A different sort of Palestine makes front-page headlines

For the second time in two months, an American town named Palestine is on the front pages.

Every newspaper in the country reported the joyous celebrations in Palestine, W.Va., the home town of U.S. Army private Jessica Lynch, who was rescued from her Iraqi captors this week.

Two months ago, another town named Palestine was in mourning — when the space shuttle Columbia broke apart in the skies above Palestine, Texas.

The Columbia tragedy sparked some excited chatter in the Arab world about the irony of a space shuttle carrying an Israeli astronaut exploding above a town named Palestine. What will be said in the cafes of Cairo, Damascus and Gaza about the rescue of Lynch remains to be seen.

The spotlight shining on yet another U.S. town named Palestine will naturally leave some Americans curious as to why it has such as unusual name.

The answer is that it's not an unusual name at all.

In Lynch's state of West Virginia, there are also towns named Bethlehem, Canaan and Salem (derived from Jerusalem), as well as two Hebrons and four Shilohs. In Texas, there are towns named Hebbronville and Joshua. There is a Hebron in North Dakota and a Sinai in South Dakota, a Jerusalem in Arkansas, two Shilohs in Ohio, a Jericho in Vermont, a Bethlehem and a Nazareth in Pennsylvania, and a Zion in Maryland. Nearly every state in the union has one or more towns named after biblical sites or individuals. Altogether, there are more than 1,000 biblically-named towns from coast to coast.

That's not because residents of those regions have some special sympathy for the Palestinian Arabs. Towns like Palestine were established by 19th-century religious Christian settlers who chose such names to express their spiritual attachment to the land and people of the Bible. When they thought of Palestine, they recalled the Jewish kingdom of ancient times. In their prayers, they prayed for the return of the Jews to the Holy Land. Palestine, Texas, was named in honor of a Baptist minister from Palestine, Ill., — a name chosen because the beauty of that part of Ill. reminded its first settlers "of the land of milk and honey, Palestine," according to the official account by the Crawford County (Ill.) Historical Society.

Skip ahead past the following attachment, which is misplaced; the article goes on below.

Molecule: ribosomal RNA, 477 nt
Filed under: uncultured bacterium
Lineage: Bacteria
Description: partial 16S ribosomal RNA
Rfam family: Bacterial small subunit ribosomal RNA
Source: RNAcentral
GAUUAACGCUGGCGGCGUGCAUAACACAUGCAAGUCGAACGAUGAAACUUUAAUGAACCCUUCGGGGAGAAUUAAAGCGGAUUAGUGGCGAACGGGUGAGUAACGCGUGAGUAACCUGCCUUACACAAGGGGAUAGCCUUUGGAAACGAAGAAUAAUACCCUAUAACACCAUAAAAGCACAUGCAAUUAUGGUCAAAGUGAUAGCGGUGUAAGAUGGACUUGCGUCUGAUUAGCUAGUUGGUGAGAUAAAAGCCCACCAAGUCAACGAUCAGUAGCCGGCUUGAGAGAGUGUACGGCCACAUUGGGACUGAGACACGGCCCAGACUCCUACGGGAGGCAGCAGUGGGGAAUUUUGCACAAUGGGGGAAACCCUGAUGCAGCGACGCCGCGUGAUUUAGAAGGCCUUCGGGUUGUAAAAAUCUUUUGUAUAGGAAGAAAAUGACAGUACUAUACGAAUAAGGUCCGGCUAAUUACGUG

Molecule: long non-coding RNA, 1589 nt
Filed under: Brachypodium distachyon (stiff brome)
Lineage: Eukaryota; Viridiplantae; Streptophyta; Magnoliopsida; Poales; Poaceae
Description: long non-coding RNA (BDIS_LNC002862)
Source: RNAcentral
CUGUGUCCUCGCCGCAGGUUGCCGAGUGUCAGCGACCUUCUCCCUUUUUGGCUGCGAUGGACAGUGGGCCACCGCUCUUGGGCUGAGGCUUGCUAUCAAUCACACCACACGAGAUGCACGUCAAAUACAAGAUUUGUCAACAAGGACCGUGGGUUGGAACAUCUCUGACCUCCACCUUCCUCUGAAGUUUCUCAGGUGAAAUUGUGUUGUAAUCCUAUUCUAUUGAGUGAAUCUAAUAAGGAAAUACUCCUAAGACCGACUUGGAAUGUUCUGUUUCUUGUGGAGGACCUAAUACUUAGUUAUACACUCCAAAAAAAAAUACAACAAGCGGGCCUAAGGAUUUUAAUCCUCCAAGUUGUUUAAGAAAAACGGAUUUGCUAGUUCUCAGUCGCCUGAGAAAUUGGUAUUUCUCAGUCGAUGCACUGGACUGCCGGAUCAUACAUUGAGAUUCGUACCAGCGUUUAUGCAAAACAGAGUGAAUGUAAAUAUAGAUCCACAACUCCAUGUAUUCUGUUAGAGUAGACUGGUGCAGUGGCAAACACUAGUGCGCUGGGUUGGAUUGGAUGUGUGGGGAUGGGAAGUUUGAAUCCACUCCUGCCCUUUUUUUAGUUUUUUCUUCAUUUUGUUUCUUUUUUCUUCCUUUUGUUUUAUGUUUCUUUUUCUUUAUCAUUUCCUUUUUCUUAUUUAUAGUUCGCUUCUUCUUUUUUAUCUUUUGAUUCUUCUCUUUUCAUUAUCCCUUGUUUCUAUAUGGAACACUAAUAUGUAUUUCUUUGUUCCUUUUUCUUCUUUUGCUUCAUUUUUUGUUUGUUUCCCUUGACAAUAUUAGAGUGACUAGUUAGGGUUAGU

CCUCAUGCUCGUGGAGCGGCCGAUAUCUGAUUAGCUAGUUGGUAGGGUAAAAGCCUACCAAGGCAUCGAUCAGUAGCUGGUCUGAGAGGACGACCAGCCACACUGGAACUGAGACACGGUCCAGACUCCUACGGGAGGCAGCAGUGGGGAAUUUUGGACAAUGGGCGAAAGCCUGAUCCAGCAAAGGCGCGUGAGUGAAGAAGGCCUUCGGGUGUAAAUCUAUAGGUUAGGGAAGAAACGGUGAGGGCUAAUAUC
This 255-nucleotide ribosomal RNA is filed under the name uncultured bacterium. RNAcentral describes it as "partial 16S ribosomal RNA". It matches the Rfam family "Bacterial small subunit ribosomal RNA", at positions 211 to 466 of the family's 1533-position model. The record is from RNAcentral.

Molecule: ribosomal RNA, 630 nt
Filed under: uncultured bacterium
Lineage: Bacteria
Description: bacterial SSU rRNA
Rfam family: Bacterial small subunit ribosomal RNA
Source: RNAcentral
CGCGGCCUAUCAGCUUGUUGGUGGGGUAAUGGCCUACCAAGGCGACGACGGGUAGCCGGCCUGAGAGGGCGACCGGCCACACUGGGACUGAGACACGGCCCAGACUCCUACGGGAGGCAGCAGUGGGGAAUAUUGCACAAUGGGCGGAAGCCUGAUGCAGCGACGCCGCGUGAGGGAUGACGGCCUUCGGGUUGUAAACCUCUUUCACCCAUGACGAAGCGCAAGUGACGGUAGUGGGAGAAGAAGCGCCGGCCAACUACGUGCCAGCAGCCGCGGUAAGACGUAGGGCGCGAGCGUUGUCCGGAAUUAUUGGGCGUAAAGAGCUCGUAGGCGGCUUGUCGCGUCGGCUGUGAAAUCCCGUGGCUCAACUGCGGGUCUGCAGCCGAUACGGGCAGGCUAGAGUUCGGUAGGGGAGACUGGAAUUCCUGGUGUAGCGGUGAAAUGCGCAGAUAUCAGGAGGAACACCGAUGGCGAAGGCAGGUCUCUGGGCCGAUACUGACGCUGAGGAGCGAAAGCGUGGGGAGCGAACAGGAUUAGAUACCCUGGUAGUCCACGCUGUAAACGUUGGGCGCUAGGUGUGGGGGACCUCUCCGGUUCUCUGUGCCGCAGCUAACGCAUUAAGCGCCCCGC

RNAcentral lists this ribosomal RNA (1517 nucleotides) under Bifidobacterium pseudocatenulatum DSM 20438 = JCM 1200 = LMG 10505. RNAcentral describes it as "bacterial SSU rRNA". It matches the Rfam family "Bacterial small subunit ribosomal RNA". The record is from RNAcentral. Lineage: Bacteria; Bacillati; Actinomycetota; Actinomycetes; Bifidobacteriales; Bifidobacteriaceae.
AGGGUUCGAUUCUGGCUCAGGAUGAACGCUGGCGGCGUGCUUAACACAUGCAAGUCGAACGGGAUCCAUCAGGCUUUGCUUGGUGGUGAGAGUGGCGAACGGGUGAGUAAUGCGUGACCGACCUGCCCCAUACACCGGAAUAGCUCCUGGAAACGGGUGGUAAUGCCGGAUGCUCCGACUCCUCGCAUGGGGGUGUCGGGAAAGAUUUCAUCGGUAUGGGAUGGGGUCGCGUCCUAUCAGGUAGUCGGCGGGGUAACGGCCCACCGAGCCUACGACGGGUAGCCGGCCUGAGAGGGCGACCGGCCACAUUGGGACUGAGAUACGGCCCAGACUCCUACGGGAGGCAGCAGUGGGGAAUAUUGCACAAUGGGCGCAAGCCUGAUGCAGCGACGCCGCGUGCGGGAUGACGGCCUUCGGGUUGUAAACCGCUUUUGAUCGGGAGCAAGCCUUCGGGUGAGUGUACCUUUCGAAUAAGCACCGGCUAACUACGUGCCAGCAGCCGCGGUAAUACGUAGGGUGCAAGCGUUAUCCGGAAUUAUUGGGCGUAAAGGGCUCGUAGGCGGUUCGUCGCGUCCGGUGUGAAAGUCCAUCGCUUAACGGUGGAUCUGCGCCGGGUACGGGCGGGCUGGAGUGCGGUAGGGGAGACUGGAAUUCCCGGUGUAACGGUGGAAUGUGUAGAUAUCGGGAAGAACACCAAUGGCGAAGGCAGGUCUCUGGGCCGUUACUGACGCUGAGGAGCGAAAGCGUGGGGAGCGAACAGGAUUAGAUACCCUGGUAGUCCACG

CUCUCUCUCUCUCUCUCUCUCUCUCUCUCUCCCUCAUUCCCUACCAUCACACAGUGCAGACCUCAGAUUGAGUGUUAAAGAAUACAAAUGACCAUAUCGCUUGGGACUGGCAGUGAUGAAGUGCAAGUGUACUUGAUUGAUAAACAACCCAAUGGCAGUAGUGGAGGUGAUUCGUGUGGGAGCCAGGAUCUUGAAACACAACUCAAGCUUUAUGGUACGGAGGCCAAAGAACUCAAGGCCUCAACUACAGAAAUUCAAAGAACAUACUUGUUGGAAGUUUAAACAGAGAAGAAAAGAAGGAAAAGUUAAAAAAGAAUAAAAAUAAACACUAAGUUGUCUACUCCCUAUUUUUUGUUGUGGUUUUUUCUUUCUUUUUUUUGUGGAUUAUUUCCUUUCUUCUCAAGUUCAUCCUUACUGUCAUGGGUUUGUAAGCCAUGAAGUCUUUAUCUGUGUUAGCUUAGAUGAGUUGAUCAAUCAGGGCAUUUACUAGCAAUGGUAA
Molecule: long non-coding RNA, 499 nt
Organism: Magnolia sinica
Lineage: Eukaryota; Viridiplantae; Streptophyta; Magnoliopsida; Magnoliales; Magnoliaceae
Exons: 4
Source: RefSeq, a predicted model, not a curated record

Americans were aware that Palestine had some Arab residents. Mark Twain had mentioned them in his account of his visit to the Holy Land, "The Innocents Abroad" (1869), as had Herman Melville in his famous "Clarel: A Poem and the Pilgrimage in the Holy Land" (1876).

But it was common knowledge that the Arab population of Palestine was relatively small and unsettled. H. Allen Tupper Jr. wrote in The New York Times in 1896, after having "ridden on horseback more than four hundred miles through Palestine and Syria," that virtually the only local people he encountered were "merchantmen with their long camel trains" and "wild Bedouin tribes" that "reside in one locality not more than two months."

Moreover, the Arab residents of 19th-century Palestine did not consider themselves Palestinians. They regarded Palestine not as a separate country, but as the southern part of Syria. As the Arab scholar Zeine N. Zeine wrote in 1973: "The world in which the Arabs and Turks lived together was, before the end of the 19th century, politically a non-national world. The vast majority of the Muslim Arabs did not show any nationalist or separatist tendencies except when the Turkish leaders themselves, after 1908, asserted their own nationalism."

If there had been a conflict between the Arab and Jewish residents of Palestine in the 1800s, the original residents of Palestine, W.Va., undoubtedly would have sided with the Jews, whose claim to the land is clear from the Bible that Christians and Jews both cherish. It is for the same reason that Bible-believing Christians today — probably including more than a few residents of Palestine, W.Va. — constitute one of the major sources of pro-Israel sentiment in the United States.